It is common knowledge that the Reserve Bank of India (RBI) quietly and deliberately allowed State Bank of India (SBI) to offer an irrevocable and unconditional guarantee to the Rs4,200 crore bond issue of Tata Motors and then shut the door before these guarantees proliferated into a huge financial hazard. I say deliberately, because SBI structured the guarantee, even when Shyamala Gopinath, RBI’s deputy governor, was on its board and had, according to media reports, objected to the bond issue. The logic to ban such guarantees is simple—the public sector bank earns only a small fee, while it is exposed to a huge risk. Although Tata Motors itself may be less risky, the stampede of promoters seeking the same quasi-sovereign guarantees through nationalised banks would have ultimately needed a bailout at the taxpayers’ expense. In fact, now that the US has shown its willingness to bail out fat-bonus-earning bankers, the malaise is bound to reach India too. Especially since government bailouts, at the cost of the ordinary person are now recognised as the fastest cure for manmade and greed-led financial disasters.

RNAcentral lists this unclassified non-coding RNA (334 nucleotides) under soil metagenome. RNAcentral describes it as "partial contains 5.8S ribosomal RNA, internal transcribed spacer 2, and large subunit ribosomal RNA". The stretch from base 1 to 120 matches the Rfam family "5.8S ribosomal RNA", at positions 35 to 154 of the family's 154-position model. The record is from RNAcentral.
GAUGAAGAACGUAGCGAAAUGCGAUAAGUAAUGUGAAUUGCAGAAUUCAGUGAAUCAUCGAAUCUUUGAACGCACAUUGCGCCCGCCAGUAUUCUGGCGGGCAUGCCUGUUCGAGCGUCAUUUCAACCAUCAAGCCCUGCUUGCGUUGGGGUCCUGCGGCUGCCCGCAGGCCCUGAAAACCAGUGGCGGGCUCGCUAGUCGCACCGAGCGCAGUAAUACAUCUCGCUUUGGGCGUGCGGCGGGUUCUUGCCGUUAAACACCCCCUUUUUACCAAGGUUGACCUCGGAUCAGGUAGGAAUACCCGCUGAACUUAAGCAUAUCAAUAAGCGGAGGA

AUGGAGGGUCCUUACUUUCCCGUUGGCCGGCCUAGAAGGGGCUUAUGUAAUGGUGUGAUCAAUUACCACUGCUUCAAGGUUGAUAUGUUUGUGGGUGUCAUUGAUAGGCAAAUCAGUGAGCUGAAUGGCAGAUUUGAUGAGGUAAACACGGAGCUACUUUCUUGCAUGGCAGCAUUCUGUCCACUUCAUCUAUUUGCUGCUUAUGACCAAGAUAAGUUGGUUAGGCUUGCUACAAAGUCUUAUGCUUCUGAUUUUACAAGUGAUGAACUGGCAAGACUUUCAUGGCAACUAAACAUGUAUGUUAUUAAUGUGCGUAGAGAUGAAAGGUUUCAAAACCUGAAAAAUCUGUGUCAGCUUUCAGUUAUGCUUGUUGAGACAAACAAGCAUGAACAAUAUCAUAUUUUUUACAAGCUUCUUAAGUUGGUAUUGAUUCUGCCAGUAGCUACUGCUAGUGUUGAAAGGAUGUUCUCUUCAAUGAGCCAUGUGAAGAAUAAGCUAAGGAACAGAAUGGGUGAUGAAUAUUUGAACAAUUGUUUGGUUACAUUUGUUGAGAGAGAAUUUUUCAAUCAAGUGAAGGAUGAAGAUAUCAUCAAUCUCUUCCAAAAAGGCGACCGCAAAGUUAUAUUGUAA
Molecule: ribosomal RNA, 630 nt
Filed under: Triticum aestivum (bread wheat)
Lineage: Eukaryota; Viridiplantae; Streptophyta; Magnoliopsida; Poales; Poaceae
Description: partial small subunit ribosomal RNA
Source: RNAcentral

That is probably why SBI is at the forefront in lobbying for RBI to permit banks to guarantee bonds again. S Vishvanathan, CEO and MD of SBI Capital Markets, was recently arguing for credit enhancement on corporate bonds through guarantees. Speaking at a seminar, he said, “I know that recently there were some problems with banks guaranteeing corporate bonds. But if the regulator allows banks to guarantee the bonds for the first two-three years, it can particularly help infrastructure companies to raise funds.” Madhvi Puri-Buch of ICICI Securities argued for separate pricing of the issuers’ risk and the guarantors’ risk. Well, the US has shown us that this is all theory. Ultimately, decisions are dictated by bonus considerations and not fair distribution of risk. Also, consider this: It is the big steel companies, including Essar and the Jindals, who are setting up infrastructure projects today and will probably want guarantees. Worse, Ispat Industries, run by the Mittal brothers, was brazen enough to squander its first bailout, despite a mega boom in commodity prices and has recently availed a second bailout. The second corporate debt restructuring was led by IDBI Bank. The RBI has earned international accolades for safeguarding India from the financial crisis; let us hope the good sense continues.